▶ Cut back on salt, alcohol, and soft drinks. When people consume a lot of alcohol, salt, and soft drinks, they tend to take in fewer nutrient-dense, minimally-processed whole foods. For example, when someone chooses a soft drink, they’re not choosing a calcium-enriched plant milk. When they sit down with a bowl of salty chips, by default they’re not having broccoli or figs. 

▶ Exercise. Weight-bearing exercise stimulates bones, helping them to increase their density and reduce risk of fractures.

Vitamin B12

Our bodies need B12 to make DNA, strengthen blood vessels, and keep nerves working. Because B12 is involved in red blood cell formation, deficiency can lead to anemia.

Though a few plants contain substances that the body can convert to B12, we don’t absorb and use these substances as readily as the B12 present in animal products.10 Plus, many people over age 50 are already deficient, whether they eat meat or not.

That’s because, as we age, our stomachs make less acid (which breaks down B12) and intrinsic factor (which helps the body absorb B12). And some medications—such as acid blockers—reduce absorption even more.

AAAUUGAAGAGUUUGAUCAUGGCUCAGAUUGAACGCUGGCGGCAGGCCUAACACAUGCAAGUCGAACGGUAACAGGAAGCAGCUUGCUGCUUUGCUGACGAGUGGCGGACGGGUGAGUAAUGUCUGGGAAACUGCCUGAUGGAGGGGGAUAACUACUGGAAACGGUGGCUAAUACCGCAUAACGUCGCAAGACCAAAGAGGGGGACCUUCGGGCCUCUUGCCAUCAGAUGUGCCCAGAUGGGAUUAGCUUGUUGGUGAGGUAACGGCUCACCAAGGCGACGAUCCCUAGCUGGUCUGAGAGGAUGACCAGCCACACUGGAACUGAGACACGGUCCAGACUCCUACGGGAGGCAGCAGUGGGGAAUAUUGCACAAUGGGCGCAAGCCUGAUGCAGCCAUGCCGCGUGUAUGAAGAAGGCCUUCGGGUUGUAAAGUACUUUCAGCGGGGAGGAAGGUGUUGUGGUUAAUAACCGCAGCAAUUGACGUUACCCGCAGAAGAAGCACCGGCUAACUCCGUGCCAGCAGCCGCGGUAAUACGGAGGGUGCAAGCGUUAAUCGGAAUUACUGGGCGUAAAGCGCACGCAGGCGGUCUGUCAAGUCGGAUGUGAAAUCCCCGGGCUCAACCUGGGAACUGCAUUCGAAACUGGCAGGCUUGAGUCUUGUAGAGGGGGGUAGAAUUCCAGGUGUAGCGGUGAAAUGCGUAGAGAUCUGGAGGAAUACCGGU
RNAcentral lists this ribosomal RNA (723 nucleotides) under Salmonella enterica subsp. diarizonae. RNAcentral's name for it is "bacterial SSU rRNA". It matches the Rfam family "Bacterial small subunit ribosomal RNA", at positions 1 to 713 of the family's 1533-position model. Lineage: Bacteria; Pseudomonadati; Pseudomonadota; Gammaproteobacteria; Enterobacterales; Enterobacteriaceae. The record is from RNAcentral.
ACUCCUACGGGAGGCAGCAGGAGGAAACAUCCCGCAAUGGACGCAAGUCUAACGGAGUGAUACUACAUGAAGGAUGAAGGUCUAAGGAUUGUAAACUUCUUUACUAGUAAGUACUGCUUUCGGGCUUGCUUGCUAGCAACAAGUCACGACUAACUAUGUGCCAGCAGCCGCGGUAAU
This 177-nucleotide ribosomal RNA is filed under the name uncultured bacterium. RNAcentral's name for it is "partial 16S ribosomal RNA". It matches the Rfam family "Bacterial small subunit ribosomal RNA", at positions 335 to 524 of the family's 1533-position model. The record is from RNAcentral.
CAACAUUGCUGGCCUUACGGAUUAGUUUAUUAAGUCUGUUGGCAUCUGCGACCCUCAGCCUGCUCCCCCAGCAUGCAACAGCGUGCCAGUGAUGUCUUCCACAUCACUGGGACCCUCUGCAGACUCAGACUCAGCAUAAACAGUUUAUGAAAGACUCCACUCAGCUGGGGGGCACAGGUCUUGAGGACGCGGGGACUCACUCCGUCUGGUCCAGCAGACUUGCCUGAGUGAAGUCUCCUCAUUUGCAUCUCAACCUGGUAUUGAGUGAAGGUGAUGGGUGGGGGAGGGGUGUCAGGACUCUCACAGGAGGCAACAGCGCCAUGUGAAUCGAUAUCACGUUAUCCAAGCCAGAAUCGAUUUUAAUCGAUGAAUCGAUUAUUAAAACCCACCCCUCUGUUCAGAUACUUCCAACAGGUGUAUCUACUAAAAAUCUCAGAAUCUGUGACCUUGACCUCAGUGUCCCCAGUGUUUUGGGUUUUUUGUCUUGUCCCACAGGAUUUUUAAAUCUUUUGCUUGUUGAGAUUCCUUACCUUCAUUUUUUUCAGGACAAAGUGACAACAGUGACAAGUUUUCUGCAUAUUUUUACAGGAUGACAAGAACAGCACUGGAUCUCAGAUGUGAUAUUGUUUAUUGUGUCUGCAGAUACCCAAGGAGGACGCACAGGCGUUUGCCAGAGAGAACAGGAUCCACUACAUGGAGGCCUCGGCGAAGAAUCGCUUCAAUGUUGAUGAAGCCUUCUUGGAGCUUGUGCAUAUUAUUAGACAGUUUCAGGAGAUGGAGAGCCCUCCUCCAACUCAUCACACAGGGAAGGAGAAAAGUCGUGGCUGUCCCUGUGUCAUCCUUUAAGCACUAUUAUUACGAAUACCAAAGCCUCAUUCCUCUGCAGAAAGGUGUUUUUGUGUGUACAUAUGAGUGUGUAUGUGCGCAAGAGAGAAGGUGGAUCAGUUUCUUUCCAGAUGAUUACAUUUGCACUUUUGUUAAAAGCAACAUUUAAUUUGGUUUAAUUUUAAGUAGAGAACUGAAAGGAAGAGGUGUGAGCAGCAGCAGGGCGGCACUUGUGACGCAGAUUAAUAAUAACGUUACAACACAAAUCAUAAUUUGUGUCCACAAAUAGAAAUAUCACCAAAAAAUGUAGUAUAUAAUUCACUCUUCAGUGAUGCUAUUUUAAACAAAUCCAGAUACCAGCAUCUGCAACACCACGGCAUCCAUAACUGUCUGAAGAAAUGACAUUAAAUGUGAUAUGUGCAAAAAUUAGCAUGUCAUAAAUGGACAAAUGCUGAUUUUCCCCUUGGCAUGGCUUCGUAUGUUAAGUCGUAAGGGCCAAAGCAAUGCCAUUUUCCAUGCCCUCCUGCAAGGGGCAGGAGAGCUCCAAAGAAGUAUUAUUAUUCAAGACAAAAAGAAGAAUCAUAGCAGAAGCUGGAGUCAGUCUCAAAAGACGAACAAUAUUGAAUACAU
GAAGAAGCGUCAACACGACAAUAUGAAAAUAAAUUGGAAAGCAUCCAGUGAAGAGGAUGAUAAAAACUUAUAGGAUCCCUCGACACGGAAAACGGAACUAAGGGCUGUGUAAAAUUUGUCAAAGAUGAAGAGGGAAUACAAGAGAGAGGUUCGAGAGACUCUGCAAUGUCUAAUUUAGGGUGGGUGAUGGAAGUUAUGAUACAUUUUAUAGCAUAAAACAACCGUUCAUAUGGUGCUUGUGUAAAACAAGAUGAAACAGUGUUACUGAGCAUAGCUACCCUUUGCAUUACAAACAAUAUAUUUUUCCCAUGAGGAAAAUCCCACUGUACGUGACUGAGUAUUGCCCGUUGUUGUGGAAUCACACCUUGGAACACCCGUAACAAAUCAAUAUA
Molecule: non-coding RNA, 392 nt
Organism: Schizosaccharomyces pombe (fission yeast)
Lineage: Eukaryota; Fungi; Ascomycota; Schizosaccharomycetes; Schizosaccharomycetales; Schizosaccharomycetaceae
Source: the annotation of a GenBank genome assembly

For these reasons, a daily B12 supplement is a good idea for:

  • People over 50.
  • People who take medications that interfere with vitamin B12 absorption, such as those used to treat reflux, ulcers, and diabetes.
  • People who are partially or fully plant-based.

Even with supplements, some people might show signs of deficiency: fatigue, dizziness or loss of balance, and reduced mental function.

In those cases, their health care provider can check their B12 levels with a blood test and potentially prescribe intramuscular (injected) B12, which is better absorbed than oral (including sublingual) supplements.

Omega-3 fats

These fats are helpful in preventing heart disease as well as important for the development of eye, nerve and brain tissue (especially in fetuses and babies).

Omega-3 fats come in a few forms:

Eicosapentaenoic acid (EPA) and docosahexaenoic (DHA):
The richest sources of EPA and/or DHA are found in sea vegetables (such as seaweed) and seafood, especially fatty varieties like salmon, tuna, herring, mackerel, sardines, and oysters.

Alpha-linolenic acid (ALA): 
Flax seeds, chia seeds, hemp seeds, walnuts, soy, dark leafy greens, and cruciferous vegetables are all rich sources of ALA.